He also acquired some familiarity with the German and Italian languages and, exposed to the evangelical strictures of Drewett's mother, a distaste for religion. He considered himself at one point to be an atheist but later determined that he was agnostic. By , Manmohan had determined to pursue a literary career and Benoybhusan had proved himself unequal to the standards necessary for ICS entrance. This meant that only Aurobindo might fulfil his father's aspirations but to do so when his father lacked money required that he studied hard for a scholarship. Aurobindo secured a scholarship at King's College, Cambridge, under recommendation of Oscar Browning.

He spent the next two years at King's College. Cotton secured for him a place in Baroda State Service and arranged for him to meet the prince. His father died upon hearing this news. In Baroda, Aurobindo joined the state service in , working first in the Survey and Settlements department, later moving to the Department of Revenue and then to the Secretariat, and much miscellaneous work like teaching grammar and assisting in writing speeches for the Maharaja of Gaekwad until He was later promoted to the post of vice-principal.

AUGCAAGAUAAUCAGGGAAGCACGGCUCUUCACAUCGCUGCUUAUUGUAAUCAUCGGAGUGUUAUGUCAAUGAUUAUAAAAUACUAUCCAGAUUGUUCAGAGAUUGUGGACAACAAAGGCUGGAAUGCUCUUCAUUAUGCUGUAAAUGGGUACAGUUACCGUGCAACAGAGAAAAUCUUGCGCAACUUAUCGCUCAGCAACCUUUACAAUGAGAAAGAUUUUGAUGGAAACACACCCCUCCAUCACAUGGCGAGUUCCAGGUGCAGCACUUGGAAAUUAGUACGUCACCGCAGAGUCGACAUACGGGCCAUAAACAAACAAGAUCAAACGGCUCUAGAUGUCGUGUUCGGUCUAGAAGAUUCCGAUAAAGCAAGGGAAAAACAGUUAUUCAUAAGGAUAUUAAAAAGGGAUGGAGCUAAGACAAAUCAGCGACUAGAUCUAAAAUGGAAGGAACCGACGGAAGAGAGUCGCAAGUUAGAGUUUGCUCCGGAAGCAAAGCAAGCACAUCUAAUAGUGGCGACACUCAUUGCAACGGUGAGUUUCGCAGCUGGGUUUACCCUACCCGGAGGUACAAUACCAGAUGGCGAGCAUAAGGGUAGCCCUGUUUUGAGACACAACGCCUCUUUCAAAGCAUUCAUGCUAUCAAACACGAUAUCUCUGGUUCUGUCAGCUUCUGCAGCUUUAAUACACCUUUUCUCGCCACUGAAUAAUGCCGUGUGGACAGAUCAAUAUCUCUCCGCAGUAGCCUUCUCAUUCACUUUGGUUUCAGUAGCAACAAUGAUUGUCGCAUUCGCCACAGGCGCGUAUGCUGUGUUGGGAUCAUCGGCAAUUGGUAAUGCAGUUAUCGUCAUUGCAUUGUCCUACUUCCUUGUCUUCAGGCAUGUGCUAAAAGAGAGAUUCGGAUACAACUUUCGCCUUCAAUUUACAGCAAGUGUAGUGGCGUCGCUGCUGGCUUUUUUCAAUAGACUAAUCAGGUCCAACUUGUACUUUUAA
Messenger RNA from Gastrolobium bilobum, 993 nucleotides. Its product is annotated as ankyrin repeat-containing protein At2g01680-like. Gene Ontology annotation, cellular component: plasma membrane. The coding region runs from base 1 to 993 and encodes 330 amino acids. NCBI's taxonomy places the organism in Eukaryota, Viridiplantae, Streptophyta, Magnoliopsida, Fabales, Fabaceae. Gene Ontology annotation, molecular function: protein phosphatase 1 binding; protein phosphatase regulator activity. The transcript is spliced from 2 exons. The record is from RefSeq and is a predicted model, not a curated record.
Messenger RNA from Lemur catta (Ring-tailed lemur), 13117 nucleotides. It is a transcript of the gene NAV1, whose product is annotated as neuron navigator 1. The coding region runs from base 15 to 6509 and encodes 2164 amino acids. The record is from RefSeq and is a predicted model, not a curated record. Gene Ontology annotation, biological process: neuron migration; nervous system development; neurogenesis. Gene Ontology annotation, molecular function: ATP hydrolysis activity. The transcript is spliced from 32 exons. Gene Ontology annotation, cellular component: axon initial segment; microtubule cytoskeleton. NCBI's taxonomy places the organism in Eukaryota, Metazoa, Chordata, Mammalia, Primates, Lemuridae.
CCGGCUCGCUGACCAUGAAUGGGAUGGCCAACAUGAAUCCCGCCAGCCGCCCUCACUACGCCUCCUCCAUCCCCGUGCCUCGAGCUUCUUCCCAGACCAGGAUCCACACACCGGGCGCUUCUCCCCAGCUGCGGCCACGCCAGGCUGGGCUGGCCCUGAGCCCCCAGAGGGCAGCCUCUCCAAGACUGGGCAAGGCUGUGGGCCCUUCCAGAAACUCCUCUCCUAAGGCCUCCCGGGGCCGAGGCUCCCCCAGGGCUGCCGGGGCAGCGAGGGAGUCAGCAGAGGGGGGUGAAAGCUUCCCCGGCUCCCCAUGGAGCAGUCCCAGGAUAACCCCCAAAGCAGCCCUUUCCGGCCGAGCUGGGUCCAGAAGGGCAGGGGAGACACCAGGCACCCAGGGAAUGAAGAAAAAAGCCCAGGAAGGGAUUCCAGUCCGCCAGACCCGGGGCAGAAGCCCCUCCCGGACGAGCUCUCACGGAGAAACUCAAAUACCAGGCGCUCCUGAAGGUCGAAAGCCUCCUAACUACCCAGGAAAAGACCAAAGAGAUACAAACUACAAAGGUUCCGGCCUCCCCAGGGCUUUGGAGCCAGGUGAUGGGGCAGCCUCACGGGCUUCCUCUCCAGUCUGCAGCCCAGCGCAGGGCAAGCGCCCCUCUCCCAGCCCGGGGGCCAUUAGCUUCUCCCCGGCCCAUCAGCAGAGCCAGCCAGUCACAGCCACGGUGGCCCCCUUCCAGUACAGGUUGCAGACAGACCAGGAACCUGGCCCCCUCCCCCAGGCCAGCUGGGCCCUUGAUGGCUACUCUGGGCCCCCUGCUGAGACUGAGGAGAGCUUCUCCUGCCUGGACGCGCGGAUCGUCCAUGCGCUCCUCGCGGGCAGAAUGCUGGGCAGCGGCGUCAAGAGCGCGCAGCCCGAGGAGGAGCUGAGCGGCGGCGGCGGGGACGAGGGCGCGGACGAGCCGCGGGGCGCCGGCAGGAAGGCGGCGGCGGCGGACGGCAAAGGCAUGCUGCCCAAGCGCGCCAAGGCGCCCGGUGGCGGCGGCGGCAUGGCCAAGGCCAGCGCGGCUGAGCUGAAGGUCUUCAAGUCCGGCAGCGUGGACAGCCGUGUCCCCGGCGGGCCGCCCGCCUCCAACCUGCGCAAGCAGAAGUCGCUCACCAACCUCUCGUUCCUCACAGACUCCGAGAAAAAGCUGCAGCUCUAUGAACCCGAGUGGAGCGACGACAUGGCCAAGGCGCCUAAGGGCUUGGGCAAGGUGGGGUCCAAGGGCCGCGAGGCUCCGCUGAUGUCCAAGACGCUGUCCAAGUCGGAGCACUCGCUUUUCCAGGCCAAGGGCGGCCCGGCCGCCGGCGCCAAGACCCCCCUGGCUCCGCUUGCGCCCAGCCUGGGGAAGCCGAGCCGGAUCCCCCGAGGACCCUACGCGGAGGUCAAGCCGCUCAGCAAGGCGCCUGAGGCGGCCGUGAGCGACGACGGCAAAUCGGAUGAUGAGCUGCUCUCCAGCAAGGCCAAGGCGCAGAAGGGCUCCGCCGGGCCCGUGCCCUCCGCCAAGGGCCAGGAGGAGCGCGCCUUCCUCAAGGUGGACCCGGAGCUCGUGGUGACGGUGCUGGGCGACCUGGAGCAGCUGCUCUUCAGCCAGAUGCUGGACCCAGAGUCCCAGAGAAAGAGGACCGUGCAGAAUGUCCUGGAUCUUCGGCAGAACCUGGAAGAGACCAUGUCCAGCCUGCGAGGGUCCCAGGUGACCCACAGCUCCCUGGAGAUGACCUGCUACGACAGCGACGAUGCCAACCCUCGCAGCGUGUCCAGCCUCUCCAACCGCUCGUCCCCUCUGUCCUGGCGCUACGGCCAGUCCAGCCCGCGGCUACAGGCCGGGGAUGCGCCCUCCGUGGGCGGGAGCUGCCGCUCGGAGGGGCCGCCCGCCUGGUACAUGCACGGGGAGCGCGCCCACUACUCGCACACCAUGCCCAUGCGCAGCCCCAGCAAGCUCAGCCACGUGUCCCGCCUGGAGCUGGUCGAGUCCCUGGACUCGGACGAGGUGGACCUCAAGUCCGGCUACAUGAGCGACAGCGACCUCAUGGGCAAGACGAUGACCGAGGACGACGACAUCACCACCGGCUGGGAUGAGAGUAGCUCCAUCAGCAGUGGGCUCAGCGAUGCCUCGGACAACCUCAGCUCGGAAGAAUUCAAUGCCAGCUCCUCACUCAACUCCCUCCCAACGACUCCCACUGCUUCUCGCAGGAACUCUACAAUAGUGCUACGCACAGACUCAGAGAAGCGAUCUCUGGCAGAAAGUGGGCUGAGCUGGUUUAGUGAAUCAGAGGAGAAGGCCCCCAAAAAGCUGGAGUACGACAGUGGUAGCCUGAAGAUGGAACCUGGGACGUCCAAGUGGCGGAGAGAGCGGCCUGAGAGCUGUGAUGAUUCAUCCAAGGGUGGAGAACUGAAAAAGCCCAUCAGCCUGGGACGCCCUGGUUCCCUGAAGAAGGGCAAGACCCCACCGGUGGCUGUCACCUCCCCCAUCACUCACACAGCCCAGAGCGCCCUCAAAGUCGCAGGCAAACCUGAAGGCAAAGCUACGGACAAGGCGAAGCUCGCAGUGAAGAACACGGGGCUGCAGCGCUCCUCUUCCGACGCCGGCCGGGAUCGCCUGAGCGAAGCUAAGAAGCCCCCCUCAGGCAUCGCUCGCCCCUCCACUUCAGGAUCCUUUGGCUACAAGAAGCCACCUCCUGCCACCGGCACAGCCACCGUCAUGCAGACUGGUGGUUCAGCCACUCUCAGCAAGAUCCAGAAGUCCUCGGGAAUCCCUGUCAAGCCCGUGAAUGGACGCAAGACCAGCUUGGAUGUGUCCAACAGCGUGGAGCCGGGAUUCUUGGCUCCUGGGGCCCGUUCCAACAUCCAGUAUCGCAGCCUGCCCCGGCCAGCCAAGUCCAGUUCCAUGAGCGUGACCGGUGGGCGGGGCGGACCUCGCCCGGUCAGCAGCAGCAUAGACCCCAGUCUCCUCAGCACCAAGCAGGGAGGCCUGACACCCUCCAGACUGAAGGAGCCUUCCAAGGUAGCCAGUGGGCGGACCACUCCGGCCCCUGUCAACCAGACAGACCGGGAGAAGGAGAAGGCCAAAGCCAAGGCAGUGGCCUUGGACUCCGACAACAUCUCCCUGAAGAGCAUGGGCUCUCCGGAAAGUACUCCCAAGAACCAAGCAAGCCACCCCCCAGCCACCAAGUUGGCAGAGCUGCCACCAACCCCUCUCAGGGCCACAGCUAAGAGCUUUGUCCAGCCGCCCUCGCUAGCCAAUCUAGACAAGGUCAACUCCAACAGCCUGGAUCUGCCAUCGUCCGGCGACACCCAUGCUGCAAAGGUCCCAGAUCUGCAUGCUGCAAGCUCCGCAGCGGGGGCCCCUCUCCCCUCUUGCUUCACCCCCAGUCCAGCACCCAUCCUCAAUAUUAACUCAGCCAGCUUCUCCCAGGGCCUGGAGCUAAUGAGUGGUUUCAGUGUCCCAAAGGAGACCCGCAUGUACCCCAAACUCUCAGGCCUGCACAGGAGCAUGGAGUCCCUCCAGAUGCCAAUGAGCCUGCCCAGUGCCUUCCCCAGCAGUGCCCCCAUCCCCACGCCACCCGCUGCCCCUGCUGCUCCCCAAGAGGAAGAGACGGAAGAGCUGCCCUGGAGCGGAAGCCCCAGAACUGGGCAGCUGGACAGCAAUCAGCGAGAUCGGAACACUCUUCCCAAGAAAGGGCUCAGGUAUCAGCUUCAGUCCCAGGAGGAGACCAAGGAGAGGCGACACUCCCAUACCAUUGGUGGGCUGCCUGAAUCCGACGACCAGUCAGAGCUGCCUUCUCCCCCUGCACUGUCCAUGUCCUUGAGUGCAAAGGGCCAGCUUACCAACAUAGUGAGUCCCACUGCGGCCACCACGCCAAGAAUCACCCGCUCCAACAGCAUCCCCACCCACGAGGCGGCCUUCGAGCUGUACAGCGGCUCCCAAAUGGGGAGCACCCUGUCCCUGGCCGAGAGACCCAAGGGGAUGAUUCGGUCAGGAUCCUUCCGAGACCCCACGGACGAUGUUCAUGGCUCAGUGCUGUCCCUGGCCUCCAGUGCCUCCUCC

During his stay at Baroda, he had contributed to many articles to Indu Prakash and had spoken as a chairman of the Baroda college board. He linked up with resistance groups in Bengal and Madhya Pradesh , while travelling to these states. He established contact with Lokmanya Tilak and Sister Nivedita. Aurobindo often travelled between Baroda and Bengal, at first in a bid to re-establish links with his parent's families and other Bengali relatives, including his sister Sarojini and brother Barin, and later increased to establish resistance groups across the Presidency.

He formally moved to Calcutta in after the announcement of the Partition of Bengal. In , on a visit to Calcutta, he married year-old Mrinalini, the daughter of Bhupal Chandra Bose, a senior official in government service. Aurobindo was 28 at that time. Mrinalini died seventeen years later in December during the influenza pandemic. Aurobindo was influenced by studies on rebellion and revolutions against England in medieval France and the revolts in America and Italy.

In his public activities he favoured non-co-operation and passive resistance; in private he took up secret revolutionary activity as a preparation for open revolt, in case that the passive revolt failed. In Bengal, with Barin's help, he established contacts with revolutionaries, inspiring radicals such as Bagha Jatin or Jatin Mukherjee and Surendranath Tagore.